Ad Alert


Company seeking to provide genetic information grapples with FDA.


23andMe promotes its DNA analysis services with television, radio, and web advertisements. But the FDA recently told the company to stop selling its main product because 23andMe was doing so “without marketing clearance or approval.”

The FDA told the California company in a November 22 warning letter that most of the advertised services were medical device uses, which require premarket FDA approval. 23andMe advertised that it could tell users about their risks for various diseases, such as heart disease, breast cancer, and ovarian cancer. The site also promises to tell consumers about heightened risks from medications and whether they might carry the gene for certain diseases.

But the FDA warns consumers that false-positives on DNA analysis could drive consumers to seek treatment or procedures they may not need. (23andMe now faces class-action lawsuits.)

The company, in which Google has invested millions, said in a statement: “Our relationship with the FDA is extremely important to us and we are committed to fully engaging with them to address their concerns.”

Consumers should be cautious with services that offer to analyze your DNA. Consulting a medical professional may be a better idea than trusting a website (says a website).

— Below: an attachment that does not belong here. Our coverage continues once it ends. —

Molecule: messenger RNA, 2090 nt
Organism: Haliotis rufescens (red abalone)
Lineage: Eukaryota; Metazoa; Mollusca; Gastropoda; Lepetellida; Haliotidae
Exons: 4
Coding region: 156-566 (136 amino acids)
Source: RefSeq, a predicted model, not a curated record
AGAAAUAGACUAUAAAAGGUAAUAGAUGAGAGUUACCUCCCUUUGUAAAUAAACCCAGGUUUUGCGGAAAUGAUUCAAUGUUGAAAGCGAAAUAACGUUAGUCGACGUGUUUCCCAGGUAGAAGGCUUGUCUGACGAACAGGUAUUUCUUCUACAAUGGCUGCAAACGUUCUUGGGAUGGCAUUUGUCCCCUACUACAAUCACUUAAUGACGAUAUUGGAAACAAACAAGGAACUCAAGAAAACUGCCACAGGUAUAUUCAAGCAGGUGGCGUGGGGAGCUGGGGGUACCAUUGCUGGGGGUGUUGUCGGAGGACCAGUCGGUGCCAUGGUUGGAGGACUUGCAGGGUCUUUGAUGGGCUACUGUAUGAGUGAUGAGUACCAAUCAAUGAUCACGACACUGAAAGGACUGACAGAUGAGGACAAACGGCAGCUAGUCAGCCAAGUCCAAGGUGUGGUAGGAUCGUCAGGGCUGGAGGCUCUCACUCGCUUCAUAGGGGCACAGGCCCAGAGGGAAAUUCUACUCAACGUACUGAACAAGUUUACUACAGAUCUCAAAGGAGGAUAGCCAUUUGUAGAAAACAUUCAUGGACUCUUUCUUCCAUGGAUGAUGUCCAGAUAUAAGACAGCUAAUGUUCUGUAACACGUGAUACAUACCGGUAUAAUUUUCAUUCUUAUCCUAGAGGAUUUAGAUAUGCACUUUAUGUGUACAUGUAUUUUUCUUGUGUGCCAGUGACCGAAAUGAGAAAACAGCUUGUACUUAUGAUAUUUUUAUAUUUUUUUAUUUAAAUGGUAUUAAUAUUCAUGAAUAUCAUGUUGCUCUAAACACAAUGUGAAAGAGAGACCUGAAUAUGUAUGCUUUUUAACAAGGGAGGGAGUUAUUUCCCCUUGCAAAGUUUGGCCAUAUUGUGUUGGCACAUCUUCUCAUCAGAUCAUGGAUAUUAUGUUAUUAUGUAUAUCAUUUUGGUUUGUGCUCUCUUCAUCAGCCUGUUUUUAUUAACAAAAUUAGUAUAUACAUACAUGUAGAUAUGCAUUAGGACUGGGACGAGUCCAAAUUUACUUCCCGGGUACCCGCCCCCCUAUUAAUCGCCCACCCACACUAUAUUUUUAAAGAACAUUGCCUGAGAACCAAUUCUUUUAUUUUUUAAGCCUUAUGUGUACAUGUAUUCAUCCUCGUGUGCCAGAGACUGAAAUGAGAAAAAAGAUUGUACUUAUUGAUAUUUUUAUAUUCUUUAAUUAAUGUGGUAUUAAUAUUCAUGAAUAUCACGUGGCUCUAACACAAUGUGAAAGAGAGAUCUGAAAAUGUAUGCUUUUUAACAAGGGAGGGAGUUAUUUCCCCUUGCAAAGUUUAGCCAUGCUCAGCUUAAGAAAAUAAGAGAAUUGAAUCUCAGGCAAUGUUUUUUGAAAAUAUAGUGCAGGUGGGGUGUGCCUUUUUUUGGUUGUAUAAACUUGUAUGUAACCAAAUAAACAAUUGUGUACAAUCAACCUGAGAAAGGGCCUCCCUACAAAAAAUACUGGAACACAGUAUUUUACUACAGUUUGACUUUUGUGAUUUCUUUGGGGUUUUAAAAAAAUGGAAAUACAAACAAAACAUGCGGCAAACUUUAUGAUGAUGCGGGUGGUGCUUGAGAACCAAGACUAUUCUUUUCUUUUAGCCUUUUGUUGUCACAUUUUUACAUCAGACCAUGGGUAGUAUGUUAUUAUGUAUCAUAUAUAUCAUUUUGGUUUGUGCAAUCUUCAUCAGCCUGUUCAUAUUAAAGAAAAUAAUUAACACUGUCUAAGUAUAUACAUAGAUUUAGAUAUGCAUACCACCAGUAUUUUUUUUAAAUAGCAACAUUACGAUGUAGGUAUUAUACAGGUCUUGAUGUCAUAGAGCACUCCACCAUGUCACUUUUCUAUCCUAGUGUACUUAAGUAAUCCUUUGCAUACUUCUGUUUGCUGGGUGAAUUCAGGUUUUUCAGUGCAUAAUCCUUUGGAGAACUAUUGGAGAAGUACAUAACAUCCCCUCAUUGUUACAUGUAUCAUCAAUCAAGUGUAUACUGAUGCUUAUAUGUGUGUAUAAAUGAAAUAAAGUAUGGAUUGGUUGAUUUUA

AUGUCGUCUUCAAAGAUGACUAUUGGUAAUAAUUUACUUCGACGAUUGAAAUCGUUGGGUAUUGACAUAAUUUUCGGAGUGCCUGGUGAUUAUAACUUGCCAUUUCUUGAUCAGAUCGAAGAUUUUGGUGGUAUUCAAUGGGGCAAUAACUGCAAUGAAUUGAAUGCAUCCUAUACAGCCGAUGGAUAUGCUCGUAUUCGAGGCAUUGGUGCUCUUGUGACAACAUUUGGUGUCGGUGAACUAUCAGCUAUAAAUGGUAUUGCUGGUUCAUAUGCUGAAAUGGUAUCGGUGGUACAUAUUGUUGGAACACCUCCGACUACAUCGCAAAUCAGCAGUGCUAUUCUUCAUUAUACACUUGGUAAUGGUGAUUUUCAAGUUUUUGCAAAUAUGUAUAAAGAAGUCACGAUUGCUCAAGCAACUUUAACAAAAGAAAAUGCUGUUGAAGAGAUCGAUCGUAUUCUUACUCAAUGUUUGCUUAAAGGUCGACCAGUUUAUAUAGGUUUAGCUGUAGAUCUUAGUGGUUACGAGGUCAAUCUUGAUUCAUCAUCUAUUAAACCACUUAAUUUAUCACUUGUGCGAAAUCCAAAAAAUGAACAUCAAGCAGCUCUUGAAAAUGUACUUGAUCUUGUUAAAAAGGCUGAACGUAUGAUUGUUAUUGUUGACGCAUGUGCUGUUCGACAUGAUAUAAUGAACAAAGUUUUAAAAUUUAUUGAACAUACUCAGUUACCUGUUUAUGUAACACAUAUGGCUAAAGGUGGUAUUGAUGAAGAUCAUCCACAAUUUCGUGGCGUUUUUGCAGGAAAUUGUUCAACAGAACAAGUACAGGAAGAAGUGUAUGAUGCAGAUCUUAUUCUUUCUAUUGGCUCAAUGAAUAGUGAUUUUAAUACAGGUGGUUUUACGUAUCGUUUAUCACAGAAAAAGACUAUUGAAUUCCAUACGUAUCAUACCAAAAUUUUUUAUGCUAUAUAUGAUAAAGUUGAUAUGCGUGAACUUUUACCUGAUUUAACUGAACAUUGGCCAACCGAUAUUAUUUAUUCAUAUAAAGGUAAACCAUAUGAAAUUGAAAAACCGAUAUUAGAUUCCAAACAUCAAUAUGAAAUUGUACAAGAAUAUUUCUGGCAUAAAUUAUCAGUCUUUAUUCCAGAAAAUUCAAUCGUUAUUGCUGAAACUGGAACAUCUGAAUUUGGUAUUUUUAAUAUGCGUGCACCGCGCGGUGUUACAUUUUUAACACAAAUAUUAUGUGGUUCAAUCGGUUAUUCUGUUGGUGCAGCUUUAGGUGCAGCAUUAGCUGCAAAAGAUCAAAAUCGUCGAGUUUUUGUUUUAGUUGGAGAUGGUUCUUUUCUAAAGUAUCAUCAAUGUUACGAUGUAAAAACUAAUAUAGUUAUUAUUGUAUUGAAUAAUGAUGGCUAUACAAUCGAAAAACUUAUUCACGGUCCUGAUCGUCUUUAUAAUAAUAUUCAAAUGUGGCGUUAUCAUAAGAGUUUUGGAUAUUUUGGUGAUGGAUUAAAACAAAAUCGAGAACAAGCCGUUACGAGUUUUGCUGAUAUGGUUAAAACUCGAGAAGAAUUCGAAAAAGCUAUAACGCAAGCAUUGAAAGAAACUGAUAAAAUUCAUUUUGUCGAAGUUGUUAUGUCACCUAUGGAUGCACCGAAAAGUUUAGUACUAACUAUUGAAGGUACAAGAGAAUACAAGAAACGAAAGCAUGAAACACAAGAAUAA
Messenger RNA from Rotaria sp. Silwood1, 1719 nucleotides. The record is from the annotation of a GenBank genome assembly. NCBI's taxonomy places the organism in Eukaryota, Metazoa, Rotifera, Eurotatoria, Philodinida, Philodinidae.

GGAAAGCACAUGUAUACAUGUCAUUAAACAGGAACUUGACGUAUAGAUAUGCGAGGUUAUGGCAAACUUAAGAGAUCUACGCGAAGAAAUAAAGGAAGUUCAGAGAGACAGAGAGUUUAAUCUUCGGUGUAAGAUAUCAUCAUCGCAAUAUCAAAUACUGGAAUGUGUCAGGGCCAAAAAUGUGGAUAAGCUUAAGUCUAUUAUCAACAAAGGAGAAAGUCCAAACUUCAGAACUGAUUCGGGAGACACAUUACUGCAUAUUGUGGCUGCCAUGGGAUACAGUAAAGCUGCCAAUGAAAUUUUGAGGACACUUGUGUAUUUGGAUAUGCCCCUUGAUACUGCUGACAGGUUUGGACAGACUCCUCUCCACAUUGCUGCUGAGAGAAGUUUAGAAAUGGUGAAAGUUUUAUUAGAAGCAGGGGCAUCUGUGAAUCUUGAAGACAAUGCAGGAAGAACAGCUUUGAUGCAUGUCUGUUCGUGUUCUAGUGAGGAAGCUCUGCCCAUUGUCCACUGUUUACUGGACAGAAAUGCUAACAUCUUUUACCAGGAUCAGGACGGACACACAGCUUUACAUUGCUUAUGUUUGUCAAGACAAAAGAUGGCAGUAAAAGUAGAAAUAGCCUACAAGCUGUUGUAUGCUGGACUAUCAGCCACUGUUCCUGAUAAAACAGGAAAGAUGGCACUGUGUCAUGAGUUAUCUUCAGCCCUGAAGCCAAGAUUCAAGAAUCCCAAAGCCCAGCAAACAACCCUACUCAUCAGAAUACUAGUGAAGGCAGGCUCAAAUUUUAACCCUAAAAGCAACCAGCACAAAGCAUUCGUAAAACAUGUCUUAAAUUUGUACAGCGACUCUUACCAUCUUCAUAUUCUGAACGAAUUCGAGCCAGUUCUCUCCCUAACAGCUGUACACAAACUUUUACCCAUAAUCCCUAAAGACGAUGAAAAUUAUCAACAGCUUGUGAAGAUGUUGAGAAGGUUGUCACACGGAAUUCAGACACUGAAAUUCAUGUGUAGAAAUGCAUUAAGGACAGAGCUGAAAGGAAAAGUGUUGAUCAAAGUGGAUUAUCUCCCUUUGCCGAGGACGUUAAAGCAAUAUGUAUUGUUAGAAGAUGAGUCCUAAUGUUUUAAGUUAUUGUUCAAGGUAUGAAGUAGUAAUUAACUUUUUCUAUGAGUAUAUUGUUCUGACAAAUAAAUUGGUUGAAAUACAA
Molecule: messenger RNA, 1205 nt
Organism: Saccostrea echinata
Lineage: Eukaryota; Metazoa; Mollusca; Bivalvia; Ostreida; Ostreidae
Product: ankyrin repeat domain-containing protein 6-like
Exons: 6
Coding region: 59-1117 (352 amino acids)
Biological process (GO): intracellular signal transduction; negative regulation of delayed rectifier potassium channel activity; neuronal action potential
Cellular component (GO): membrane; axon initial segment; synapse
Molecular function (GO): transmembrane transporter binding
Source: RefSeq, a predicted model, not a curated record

For more on 23andMe click here.

UPDATE: In March 2014, the FDA said the company adequately addressed the violations it detailed in its warning letter and in February 2015 it authorized the company’s marketing of its carrier test for Bloom Syndrome. In October 2015, the company announced it would provide health information regarding carrier status — whether a person has a genetic mutation that could lead to disease in their offspring. It is still seeking FDA approval to provide health risk assessments.

This story was updated several times, most recently on 10/22/15. 

Our Ad Alerts are not just about false and deceptive marketing issues, but may also be about ads that, although not necessarily deceptive, should be viewed with caution. Ad Alerts can also be about single issues and may not include a comprehensive list of all marketing issues relating to the brand discussed.

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